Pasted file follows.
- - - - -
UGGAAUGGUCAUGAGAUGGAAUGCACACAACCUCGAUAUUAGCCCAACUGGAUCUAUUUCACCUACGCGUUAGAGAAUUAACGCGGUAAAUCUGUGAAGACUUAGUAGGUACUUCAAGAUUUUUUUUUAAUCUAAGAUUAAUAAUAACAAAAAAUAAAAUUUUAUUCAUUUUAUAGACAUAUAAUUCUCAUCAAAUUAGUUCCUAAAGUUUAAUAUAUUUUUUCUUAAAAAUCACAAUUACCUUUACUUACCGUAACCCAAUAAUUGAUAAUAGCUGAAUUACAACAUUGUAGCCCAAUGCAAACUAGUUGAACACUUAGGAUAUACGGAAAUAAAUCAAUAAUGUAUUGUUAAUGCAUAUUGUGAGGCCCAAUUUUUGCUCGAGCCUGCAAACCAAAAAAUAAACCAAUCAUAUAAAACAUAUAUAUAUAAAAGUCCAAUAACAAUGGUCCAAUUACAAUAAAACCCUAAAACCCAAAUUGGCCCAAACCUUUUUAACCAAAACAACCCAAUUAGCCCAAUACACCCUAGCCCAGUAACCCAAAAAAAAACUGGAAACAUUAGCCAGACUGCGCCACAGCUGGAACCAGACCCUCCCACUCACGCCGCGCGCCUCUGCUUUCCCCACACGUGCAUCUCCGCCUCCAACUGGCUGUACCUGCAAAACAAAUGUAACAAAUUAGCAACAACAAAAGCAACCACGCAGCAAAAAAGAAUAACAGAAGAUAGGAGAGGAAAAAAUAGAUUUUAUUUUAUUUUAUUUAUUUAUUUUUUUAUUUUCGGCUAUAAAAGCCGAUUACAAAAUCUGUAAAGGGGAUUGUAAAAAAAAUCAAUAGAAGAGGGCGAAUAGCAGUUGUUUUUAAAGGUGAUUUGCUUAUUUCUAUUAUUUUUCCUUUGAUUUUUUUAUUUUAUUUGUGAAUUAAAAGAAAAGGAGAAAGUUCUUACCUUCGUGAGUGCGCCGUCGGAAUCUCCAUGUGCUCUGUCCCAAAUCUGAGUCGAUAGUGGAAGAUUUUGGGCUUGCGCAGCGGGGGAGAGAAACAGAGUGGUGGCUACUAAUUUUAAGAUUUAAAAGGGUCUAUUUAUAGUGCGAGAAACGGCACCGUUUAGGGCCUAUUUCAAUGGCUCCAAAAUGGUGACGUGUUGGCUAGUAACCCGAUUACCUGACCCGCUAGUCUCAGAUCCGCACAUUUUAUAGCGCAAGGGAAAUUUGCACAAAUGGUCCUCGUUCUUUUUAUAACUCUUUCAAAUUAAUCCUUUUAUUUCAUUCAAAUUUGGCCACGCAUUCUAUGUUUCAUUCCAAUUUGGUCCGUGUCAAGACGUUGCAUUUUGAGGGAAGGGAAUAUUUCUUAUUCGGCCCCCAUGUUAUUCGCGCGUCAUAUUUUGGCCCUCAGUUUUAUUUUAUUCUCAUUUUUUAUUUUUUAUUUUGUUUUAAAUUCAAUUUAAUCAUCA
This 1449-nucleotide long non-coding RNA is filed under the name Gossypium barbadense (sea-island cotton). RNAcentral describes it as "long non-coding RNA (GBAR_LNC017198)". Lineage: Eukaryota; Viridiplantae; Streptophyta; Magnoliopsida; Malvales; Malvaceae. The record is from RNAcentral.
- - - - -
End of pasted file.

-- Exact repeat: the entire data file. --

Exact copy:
UGGAAUGGUCAUGAGAUGGAAUGCACACAACCUCGAUAUUAGCCCAACUGGAUCUAUUUCACCUACGCGUUAGAGAAUUAACGCGGUAAAUCUGUGAAGACUUAGUAGGUACUUCAAGAUUUUUUUUUAAUCUAAGAUUAAUAAUAACAAAAAAUAAAAUUUUAUUCAUUUUAUAGACAUAUAAUUCUCAUCAAAUUAGUUCCUAAAGUUUAAUAUAUUUUUUCUUAAAAAUCACAAUUACCUUUACUUACCGUAACCCAAUAAUUGAUAAUAGCUGAAUUACAACAUUGUAGCCCAAUGCAAACUAGUUGAACACUUAGGAUAUACGGAAAUAAAUCAAUAAUGUAUUGUUAAUGCAUAUUGUGAGGCCCAAUUUUUGCUCGAGCCUGCAAACCAAAAAAUAAACCAAUCAUAUAAAACAUAUAUAUAUAAAAGUCCAAUAACAAUGGUCCAAUUACAAUAAAACCCUAAAACCCAAAUUGGCCCAAACCUUUUUAACCAAAACAACCCAAUUAGCCCAAUACACCCUAGCCCAGUAACCCAAAAAAAAACUGGAAACAUUAGCCAGACUGCGCCACAGCUGGAACCAGACCCUCCCACUCACGCCGCGCGCCUCUGCUUUCCCCACACGUGCAUCUCCGCCUCCAACUGGCUGUACCUGCAAAACAAAUGUAACAAAUUAGCAACAACAAAAGCAACCACGCAGCAAAAAAGAAUAACAGAAGAUAGGAGAGGAAAAAAUAGAUUUUAUUUUAUUUUAUUUAUUUAUUUUUUUAUUUUCGGCUAUAAAAGCCGAUUACAAAAUCUGUAAAGGGGAUUGUAAAAAAAAUCAAUAGAAGAGGGCGAAUAGCAGUUGUUUUUAAAGGUGAUUUGCUUAUUUCUAUUAUUUUUCCUUUGAUUUUUUUAUUUUAUUUGUGAAUUAAAAGAAAAGGAGAAAGUUCUUACCUUCGUGAGUGCGCCGUCGGAAUCUCCAUGUGCUCUGUCCCAAAUCUGAGUCGAUAGUGGAAGAUUUUGGGCUUGCGCAGCGGGGGAGAGAAACAGAGUGGUGGCUACUAAUUUUAAGAUUUAAAAGGGUCUAUUUAUAGUGCGAGAAACGGCACCGUUUAGGGCCUAUUUCAAUGGCUCCAAAAUGGUGACGUGUUGGCUAGUAACCCGAUUACCUGACCCGCUAGUCUCAGAUCCGCACAUUUUAUAGCGCAAGGGAAAUUUGCACAAAUGGUCCUCGUUCUUUUUAUAACUCUUUCAAAUUAAUCCUUUUAUUUCAUUCAAAUUUGGCCACGCAUUCUAUGUUUCAUUCCAAUUUGGUCCGUGUCAAGACGUUGCAUUUUGAGGGAAGGGAAUAUUUCUUAUUCGGCCCCCAUGUUAUUCGCGCGUCAUAUUUUGGCCCUCAGUUUUAUUUUAUUCUCAUUUUUUAUUUUUUAUUUUGUUUUAAAUUCAAUUUAAUCAUCA
This 1449-nucleotide long non-coding RNA is filed under the name Gossypium barbadense (sea-island cotton). RNAcentral describes it as "long non-coding RNA (GBAR_LNC017198)". Lineage: Eukaryota; Viridiplantae; Streptophyta; Magnoliopsida; Malvales; Malvaceae. The record is from RNAcentral.